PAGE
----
Community Brainstorming Session: Dog Policy in Brower Park
Date(s) - 11/27/2018
6:00 pm - 7:30 pm
Brooklyn Children's Museum
Dog Policy in Brower Park–Does it provide a safe environment for people and dogs? How do we prevent another loved pet, a child, or a random park visitor, from being hurt? How do we make visiting Brower Park a pleasurable experience for everyone in the community?
Share your experiences and ideas concerning the off-leash dog policy in Brower Park.
We will share your ideas, not your identity or contact information, with the Community including the NYC Parks Management, NYC Elected Officials, the Brooklyn Borough Presidents Office, and Brooklyn Community Board 8.
Friends of Brower Park with Borough President Eric Adam’s Office will be holding a Community Brainstorming Session on November 27, 2018 at 6PM. It is being generously hosted by the Brooklyn Children’s Museum.
Please leave your contact information so we may communicate with you before the Brainstorming Session. More importantly, take the time to fill out the survey, share your ideas and experiences.
Survey information is now available following the Survey form on this page. The data will be updated as it is received. If you have not filled out the survey please do so now.
I’m sharing my experiences by telling Ralphie’s story along with ideas that may help prevent the next tragedy. Please share your ideas and experiences and by doing so help determine the right Dog Policy for Brower Park and the Brower Park Community.
Little Ralphie’s Brutal Death by Robyn Berland
My beloved dog Ralphie was killed by a large, off-leash dog emerging from Brower Park. The trauma of this attack has left me with nightmares and images I can’t stop from replaying. I no longer feel safe walking my dog Beau in or near Brower Park nor do I cross the street when a large dog appears.On Wednesday evening, August 29, 2018, at approximately 10:30 PM, I took my two small dogs, Beau and Ralphie out for a walk from my apartment on Park Place opposite Brower Park. As the park is often inundated with off-leash dogs in the evening I purposely walk my dogs on the sidewalks outside the park to avoid any altercations with roaming dogs.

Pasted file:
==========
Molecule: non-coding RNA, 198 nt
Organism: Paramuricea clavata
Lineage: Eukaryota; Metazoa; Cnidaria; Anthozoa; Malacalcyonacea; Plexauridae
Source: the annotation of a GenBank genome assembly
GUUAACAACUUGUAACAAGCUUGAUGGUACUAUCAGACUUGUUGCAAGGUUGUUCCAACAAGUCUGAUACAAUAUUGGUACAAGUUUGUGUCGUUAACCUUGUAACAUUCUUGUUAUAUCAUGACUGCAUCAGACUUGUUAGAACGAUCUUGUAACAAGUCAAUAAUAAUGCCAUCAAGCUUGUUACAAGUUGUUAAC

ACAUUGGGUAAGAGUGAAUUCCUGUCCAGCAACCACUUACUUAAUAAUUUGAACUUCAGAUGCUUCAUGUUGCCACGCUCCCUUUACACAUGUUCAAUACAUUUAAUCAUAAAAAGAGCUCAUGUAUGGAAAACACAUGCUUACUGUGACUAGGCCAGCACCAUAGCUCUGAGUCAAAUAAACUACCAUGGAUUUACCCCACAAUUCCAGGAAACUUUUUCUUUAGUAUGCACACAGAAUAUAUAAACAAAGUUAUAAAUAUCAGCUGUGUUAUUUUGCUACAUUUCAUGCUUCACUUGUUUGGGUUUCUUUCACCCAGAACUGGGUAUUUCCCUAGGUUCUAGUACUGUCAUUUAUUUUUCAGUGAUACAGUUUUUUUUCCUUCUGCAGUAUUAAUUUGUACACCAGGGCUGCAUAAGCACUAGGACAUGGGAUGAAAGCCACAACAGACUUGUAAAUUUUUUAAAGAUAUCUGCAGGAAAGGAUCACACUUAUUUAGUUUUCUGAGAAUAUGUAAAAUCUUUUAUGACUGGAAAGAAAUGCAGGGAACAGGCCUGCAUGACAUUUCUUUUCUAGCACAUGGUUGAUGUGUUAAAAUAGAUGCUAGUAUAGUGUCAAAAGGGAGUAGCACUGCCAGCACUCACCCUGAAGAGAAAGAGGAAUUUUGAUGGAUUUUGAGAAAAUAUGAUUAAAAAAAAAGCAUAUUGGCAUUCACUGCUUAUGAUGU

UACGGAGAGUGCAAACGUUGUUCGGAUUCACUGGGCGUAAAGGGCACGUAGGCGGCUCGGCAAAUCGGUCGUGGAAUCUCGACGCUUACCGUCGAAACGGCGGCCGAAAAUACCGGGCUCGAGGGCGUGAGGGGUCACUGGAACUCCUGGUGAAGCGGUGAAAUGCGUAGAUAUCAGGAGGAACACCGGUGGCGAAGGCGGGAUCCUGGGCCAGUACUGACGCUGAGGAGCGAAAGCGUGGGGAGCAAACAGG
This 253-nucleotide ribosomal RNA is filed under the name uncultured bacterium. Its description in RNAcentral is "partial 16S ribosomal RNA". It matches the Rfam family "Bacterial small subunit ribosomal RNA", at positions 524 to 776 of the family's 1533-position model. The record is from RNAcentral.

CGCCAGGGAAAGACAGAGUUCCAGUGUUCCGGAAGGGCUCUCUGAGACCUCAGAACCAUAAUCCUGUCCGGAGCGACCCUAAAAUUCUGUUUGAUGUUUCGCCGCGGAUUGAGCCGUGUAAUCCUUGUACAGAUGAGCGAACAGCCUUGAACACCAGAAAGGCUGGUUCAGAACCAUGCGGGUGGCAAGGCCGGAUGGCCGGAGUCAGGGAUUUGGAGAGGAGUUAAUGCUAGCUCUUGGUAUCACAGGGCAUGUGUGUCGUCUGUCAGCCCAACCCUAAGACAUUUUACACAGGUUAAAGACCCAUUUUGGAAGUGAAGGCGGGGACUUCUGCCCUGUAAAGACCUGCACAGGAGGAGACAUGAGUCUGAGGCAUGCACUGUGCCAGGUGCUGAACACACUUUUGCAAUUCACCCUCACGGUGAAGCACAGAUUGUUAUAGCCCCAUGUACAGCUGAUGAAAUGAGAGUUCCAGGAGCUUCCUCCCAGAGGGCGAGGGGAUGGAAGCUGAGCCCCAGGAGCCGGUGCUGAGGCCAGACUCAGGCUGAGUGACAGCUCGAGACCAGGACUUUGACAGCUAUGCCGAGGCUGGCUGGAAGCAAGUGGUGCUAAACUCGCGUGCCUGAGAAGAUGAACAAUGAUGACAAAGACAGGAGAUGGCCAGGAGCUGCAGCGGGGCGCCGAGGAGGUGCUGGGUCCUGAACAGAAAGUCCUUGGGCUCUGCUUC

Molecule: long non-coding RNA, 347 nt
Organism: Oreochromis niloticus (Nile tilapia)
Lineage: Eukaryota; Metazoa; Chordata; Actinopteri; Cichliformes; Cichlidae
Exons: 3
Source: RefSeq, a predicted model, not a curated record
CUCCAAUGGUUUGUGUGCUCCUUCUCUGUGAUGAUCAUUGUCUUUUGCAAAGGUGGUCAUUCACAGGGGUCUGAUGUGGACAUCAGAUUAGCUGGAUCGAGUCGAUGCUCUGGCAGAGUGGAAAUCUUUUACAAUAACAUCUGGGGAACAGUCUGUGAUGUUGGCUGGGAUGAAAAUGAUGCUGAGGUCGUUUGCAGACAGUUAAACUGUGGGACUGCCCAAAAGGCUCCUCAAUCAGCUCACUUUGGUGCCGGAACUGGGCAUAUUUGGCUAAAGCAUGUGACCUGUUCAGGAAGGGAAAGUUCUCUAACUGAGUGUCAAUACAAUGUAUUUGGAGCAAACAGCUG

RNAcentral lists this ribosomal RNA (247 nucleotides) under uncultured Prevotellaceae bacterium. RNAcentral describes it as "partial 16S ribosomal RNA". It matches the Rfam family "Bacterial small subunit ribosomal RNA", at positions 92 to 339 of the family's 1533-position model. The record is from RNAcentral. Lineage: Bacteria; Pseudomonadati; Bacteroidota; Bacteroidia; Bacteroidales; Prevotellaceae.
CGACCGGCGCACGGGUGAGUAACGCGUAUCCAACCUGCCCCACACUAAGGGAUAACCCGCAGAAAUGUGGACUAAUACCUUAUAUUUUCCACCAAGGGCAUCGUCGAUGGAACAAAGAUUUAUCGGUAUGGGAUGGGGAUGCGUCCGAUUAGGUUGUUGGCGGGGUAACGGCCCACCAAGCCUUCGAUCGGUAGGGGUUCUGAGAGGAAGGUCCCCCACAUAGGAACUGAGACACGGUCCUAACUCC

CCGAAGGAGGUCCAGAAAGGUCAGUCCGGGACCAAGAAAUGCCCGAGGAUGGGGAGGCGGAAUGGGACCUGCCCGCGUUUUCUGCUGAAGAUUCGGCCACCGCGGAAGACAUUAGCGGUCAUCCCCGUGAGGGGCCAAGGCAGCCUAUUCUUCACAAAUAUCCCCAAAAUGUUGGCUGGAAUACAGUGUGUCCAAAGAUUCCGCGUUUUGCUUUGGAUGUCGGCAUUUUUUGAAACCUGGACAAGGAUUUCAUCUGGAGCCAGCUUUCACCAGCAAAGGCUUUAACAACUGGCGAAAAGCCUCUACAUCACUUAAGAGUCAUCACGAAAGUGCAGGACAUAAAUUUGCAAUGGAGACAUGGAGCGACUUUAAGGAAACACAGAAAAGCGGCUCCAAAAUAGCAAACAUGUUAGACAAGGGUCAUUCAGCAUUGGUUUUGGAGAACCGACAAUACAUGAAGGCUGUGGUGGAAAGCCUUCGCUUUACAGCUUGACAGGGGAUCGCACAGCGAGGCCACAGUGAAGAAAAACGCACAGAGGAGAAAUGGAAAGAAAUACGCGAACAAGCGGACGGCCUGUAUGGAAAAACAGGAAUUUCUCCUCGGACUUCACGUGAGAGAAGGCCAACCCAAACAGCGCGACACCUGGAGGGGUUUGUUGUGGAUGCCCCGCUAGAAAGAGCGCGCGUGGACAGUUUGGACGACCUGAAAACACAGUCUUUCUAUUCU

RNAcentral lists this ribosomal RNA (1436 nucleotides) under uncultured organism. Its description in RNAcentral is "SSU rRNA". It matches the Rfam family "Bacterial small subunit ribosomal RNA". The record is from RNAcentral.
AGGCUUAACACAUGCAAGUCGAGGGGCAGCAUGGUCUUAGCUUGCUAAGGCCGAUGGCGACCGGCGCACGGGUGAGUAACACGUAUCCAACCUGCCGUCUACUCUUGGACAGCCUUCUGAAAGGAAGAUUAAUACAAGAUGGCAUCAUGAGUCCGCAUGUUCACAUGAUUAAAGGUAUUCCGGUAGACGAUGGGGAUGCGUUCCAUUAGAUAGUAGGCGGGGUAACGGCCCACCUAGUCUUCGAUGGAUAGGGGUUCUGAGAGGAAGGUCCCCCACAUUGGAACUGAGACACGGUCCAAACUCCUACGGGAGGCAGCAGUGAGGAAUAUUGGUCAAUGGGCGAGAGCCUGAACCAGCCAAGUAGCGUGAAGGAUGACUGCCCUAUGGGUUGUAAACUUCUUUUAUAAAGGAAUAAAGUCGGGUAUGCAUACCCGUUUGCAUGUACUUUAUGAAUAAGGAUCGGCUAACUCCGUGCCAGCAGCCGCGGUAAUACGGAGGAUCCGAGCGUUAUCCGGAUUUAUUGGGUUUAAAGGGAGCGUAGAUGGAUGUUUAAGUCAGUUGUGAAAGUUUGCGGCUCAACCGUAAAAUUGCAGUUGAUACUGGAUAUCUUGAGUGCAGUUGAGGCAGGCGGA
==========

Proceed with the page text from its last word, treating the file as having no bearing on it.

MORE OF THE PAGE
As we walked past the park entrance, located along Park Place near Kingston Avenue, I was alerted to a fast movement and running sound coming from my left, from the direction of Brower Park’s main lawn. I quickly picked up Ralphie to protect him. A large off-leash dark brindle dog leapt up and clamped his jaws on Ralphie’s body and my arm. As I screamed, NO NO NO, and attempted to get the dog to release us the owner finally caught up with her dog. The dog ignored her attempts to control him. I directed her to lift the dog’s hind legs; the dog unclenched at some point; the owner leashed the dog, and proceeded to walk simply away. She walked away irrespective of the fact that my dress and undergarments were saturated with blood and that my beloved dog was virtually lifeless.
As a stranger offered to drive us to a local emergency veterinarian, I asked neighbors, who appeared on the scene, to stop the woman. They pursued her but she would not stop. A helpful bystander caught up with the woman and insisted she contact me. Ralphie was pronounced dead on arrival. My dress and undergarments were saturated with his blood. As I removed my bloody garments in the shower the outline of my dress, drawn in Ralphie’s blood covered my body. The following day, I went to the emergency room, to have my wounds treated. I then went to the 77th Precinct to make a report.
I was subsequently informed by a neighbor that as he saw the attack, he approached police officers in a patrol car parked by the Basketball Court and alerted them to the ongoing attack they refused to intervene. The officers did absolutely nothing, and simply sat in their car both during, and after the attack.
This was the second attack since January by an off-leash dog in Brower Park. Ralphie, had been hospitalized four years ago by an off-leash dog that grabbed him around the neck.
In January 2018, at approximately 11a.m. in the morning I was walking both my dogs when, out of the blue, an unleashed dog attacked my dog Ralphie from behind. Then too, the owner retrieved her dog and left the scene without any acknowledgement of Ralphie’s extensive injuries. Ralphie required six months of rehabilitation including three operations at a cost of approximately $16,000. Subsequently, to the attack, I attempted to file a report with the 77th precinct, which refused to take a report because it was a dog-on-dog event. I ultimately made a report to the Parks Committee of Brooklyn Community Board 8. I paid this bill from my retirement fund.